How to Collect Child Support or Spousal Support in Oregon
In Oregon, child support is generally awarded to the parent who has the child the majority of the time to assist with housing, food, and other expenses. Spousal support, also called “alimony,” is a court-ordered payment that one spouse must make to another after a divorce. If one has an order for spousal or child support and their ex fails to meet their payment obligations, then there are several legal actions one can use to enforce their rights and collect support.
Payments for past-due child support can be taken directly from the paying parent’s wages. To withhold wages from another parent or spouse, you will need to obtain a wage-withholding order from a court or child support enforcement agency. If you are issued a wage withholding order, then both current and retroactive support will be taken from the parent’s wages until the debt is fulfilled. Up to 120% of the current support payment amount and up to a maximum of 50% of the paying parent’s income can be withheld.
For example, a monthly support order for $100 can result in $120 being withheld from a paycheck. $100 of that amount is withheld for the current support, while $20 is withheld (or 20 percent) for the back support the parent owes. After the back support the parent owes has been paid off, only the amount for the current monthly order will be taken out of their income. If the parent only owes back support, then the amount withheld will generally be the amount of the last ordered payment until the back support is paid off.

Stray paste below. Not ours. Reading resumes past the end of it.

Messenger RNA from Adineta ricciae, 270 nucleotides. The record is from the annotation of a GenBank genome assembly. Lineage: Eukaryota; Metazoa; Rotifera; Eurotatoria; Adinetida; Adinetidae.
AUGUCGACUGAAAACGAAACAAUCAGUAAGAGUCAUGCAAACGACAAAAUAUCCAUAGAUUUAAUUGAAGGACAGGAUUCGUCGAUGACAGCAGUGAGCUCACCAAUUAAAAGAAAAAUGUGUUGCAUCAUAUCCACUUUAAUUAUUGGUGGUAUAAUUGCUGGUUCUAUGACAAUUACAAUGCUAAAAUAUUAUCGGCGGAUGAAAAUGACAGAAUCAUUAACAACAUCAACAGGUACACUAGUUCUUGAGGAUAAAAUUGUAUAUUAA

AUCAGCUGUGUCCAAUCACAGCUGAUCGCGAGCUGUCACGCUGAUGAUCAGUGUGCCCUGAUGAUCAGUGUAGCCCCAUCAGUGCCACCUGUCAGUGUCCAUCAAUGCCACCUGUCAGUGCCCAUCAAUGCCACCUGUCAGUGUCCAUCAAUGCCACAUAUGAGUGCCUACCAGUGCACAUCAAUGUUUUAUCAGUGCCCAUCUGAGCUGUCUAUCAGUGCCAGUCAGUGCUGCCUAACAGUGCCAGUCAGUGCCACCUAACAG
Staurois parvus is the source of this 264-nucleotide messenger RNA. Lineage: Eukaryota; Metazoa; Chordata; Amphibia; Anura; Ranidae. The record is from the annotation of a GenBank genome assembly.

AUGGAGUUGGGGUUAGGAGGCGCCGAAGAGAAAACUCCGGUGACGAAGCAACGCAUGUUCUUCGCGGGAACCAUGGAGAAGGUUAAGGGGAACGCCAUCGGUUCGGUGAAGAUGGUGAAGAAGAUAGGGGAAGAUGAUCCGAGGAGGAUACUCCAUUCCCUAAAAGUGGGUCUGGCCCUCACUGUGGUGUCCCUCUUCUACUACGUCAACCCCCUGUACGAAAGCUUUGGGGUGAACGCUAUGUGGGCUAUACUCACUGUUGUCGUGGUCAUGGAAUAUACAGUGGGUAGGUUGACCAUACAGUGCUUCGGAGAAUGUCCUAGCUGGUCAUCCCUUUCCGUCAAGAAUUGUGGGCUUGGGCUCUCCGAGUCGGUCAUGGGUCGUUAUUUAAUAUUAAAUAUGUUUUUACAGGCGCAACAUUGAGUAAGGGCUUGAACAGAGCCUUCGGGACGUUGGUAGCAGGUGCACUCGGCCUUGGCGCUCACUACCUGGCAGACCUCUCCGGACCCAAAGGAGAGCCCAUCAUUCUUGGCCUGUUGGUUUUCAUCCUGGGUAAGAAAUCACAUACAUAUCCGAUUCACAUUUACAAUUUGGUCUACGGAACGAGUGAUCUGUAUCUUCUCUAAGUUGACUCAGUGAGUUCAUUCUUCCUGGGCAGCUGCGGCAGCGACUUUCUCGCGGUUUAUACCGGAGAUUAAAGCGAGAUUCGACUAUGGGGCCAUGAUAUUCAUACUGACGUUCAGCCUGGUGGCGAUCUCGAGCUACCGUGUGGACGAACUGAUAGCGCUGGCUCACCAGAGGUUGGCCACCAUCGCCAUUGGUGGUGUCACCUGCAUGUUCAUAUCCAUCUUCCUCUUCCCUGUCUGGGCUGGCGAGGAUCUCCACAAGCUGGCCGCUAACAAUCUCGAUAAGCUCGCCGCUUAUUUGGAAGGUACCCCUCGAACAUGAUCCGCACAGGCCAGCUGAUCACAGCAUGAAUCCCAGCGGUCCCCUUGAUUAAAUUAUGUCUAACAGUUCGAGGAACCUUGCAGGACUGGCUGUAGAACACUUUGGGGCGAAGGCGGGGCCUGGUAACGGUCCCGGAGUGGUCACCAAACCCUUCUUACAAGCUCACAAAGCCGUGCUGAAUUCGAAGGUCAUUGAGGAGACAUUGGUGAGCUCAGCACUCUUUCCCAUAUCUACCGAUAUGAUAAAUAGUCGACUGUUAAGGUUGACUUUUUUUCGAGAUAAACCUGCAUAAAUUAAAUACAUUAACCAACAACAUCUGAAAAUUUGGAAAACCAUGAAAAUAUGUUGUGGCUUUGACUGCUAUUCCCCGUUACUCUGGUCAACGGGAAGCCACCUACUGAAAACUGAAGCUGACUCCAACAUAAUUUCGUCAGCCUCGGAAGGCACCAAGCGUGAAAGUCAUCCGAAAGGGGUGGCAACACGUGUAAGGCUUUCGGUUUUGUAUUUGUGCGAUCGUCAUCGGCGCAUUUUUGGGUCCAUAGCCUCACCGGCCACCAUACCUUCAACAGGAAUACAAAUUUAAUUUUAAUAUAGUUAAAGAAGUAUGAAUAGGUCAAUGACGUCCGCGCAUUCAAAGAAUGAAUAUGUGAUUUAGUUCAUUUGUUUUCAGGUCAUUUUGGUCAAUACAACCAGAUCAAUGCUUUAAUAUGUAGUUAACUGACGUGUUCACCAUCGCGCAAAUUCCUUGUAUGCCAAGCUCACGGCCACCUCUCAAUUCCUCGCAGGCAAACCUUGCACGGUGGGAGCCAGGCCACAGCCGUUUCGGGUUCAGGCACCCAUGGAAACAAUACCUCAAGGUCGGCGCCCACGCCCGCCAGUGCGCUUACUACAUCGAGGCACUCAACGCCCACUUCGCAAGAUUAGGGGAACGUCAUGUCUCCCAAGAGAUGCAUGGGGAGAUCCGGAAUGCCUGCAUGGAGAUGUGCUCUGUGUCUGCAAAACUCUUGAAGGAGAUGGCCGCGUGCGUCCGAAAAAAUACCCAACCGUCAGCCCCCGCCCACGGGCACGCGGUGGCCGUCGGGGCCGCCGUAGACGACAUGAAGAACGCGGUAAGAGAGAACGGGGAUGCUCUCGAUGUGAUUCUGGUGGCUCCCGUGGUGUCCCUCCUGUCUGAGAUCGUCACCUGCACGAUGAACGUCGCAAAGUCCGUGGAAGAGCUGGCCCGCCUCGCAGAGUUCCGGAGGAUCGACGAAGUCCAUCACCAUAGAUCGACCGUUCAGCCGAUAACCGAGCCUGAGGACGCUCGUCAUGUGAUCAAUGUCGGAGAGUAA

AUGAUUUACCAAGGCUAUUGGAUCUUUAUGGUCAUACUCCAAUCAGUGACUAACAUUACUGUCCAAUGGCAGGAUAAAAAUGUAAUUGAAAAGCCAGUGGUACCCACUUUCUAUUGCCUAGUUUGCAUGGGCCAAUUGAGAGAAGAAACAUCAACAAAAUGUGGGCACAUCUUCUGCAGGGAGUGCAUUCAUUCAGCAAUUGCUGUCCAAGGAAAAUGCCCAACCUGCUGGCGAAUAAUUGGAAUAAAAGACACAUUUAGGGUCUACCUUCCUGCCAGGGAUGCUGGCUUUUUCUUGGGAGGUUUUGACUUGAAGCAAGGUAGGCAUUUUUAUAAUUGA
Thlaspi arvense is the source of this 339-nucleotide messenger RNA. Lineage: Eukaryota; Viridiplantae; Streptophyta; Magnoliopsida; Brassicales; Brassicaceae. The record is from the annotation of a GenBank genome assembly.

The district attorney or division of child support can also suspend various licenses, such as an occupational license, a driver’s license, or a hunting or fishing license. Licenses can be suspended until the back support amount is reduced to $2,500 or the individual agrees to a repayment plan. Additionally, passports can be revoked and the issue can be reported to credit agencies. Lastly, tax returns can be withheld to cover a child support arrearage.
Garnish Bank Accounts & Liens
If the non-paying parent or spouse has money in bank accounts or other sources of money, then they can potentially be garnished by the party seeking reimbursement. Property owned by the non-paying party is also at risk of having a lien placed on it so the land can be sold to repay the debt.